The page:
UnitedHealth Group’s operating earnings rise 15% in Q1: 6 things to know


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Minnetonka, Minn.-based UnitedHealth Group saw revenue and earnings from operations increase in the first quarter of fiscal year 2017 despite its widespread withdrawal from the ACA individual marketplace this year.

Here are six highlights from the payer’s financials for the quarter ended March 31.

1. UnitedHealth reported first quarter revenues of $48.7 billion, reflecting a 9.4 percent year-over-year increase.

2. The payer’s consolidated first quarter revenues were reduced by $1.6 billion due to its large-scale exit from 34 of the ACA individual markets it participated in 2016 and the 2017 health insurance tax deferral.

3. UnitedHealth recorded a 15 percent year-over-year increase of earnings from operations, from $2.96 billion in the first quarter of  FY 2016 to $3.4 billion in the first quarter of FY 2017.

4. UnitedHealthcare, the health insurance arm of UnitedHealth, recorded $40.1 billion in revenues for the first quarter, up 11.8 percent from the first quarter of FY 2016. Its membership grew by 730,000 policyholders during the same period. The health insurer also saw its first quarter earnings from operations increase 15 percent year-over-year to $2.1 billion. UnitedHealthcare attributed the growth to increased operating margins.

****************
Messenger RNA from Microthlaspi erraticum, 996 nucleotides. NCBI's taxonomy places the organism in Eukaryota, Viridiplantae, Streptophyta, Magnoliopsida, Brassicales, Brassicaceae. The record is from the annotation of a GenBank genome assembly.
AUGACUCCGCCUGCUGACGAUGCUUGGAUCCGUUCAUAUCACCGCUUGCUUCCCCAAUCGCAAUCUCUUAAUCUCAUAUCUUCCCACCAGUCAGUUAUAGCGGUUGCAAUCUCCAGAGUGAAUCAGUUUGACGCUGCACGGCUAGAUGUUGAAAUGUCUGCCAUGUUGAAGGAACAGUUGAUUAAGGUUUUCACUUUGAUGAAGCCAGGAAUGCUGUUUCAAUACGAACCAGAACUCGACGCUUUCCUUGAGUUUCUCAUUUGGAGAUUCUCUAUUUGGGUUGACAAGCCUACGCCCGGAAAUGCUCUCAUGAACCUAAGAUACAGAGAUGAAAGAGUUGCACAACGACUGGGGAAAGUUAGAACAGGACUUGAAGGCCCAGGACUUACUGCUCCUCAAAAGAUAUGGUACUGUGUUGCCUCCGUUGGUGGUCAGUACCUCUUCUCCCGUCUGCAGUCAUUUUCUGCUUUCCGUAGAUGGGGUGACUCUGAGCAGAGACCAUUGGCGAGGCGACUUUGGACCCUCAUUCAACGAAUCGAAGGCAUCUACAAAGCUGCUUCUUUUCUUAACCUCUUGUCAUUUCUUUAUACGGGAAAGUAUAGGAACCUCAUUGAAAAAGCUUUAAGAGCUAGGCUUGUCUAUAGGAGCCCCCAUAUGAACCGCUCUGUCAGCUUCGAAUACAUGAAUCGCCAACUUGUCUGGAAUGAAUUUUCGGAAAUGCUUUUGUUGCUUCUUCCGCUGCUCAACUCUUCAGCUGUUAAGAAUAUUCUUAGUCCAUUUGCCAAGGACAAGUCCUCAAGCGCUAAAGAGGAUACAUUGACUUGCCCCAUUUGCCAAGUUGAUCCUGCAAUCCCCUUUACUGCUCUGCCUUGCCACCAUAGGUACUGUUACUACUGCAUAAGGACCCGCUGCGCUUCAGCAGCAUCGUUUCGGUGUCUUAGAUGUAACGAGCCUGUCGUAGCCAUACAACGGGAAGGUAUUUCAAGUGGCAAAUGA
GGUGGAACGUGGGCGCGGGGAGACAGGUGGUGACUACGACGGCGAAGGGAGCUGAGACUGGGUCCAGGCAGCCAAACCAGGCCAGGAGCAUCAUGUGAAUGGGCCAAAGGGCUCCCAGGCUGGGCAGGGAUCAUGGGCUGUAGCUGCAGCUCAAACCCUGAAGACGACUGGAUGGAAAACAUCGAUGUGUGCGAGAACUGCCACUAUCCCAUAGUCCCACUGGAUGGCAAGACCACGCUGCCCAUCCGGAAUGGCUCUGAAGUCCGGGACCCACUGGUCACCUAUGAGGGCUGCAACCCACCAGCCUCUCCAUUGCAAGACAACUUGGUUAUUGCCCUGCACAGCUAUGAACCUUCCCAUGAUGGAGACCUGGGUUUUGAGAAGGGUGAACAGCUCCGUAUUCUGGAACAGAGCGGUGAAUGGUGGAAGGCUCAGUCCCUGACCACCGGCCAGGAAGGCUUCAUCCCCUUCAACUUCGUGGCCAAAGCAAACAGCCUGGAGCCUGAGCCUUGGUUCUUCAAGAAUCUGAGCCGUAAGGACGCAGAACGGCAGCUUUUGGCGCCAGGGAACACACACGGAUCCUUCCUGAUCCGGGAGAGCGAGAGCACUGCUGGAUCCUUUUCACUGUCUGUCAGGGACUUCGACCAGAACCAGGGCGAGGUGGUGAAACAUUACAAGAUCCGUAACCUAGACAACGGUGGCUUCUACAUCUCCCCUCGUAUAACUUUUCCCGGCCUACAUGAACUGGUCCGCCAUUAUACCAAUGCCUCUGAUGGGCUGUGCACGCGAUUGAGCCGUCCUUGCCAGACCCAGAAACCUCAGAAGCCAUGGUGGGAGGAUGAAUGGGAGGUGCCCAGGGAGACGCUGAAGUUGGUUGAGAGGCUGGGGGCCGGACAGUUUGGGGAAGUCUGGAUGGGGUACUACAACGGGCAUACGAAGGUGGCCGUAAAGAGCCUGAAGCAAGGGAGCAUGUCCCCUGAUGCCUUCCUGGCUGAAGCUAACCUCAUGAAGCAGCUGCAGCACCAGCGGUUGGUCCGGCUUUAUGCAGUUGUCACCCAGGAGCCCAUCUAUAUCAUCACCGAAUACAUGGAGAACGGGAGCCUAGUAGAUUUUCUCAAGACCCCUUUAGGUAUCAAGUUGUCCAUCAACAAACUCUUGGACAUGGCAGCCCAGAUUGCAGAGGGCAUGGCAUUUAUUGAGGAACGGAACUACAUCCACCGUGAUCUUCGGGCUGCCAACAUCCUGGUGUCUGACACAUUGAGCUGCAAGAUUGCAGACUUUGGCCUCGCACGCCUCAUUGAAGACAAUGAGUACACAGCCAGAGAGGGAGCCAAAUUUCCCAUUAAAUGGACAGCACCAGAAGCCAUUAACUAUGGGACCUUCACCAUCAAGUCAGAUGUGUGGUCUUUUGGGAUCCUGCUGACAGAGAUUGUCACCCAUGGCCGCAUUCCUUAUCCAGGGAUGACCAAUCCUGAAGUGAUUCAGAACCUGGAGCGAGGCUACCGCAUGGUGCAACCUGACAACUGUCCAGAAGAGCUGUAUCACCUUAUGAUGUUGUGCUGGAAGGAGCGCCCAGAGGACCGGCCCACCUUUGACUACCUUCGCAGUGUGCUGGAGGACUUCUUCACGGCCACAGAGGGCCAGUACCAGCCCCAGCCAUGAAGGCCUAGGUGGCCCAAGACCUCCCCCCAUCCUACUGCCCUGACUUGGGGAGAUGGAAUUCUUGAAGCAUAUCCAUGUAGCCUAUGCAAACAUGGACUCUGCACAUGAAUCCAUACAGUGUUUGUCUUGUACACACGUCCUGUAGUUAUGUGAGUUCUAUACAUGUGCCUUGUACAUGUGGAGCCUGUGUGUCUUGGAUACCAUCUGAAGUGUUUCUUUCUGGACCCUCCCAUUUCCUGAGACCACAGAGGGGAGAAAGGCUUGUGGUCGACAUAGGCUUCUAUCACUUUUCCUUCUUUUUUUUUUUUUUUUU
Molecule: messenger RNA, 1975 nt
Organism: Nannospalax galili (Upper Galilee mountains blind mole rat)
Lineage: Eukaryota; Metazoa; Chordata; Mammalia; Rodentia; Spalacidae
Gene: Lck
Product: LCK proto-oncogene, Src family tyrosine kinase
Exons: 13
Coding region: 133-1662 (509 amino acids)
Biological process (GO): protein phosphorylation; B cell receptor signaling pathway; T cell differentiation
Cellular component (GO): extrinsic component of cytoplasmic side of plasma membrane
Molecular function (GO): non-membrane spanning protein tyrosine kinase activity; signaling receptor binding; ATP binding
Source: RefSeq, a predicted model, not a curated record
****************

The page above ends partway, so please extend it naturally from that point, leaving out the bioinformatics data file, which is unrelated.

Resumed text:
5. UnitedHealth’s health services platform Optum saw earnings from operations increase 15.6 percent year-over-year to $1.3 billion on revenue of $21.2 billion. Of Optum’s three segments, its advisory consulting arm OptumInsight reported the largest revenue growth at 10.6 percent year-over-year due to increases in revenue management, business process and technology services.

6. UnitedHealth Group raised its full-year 2017 financial outlook and now expects about $200 billion in revenue and adjusted net earnings of $9.65 to $9.85 per share.


Fitch: Health insurer credit metrics hit hard in first half of 2016


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Higher leverage ratios from acquisition-related debt combined with declining revenue growth and declining interest coverage ratios contributed to deteriorating credit metrics for publicly traded health insurers in the first half of 2016, according to a Fitch Ratings report.

The weakened credit picture has led Fitch to take several negative rating actions. The rating agency downgraded Louisville, Ky.-based Humana’s senior notes, revised Minnetonka, Minn.-based UnitedHealth Group’s rating outlook to negative and placed ratings of Hartford, Conn.-based Aetna, Indianapolis-based Anthem and St. Louis-based Centene on negative watch.

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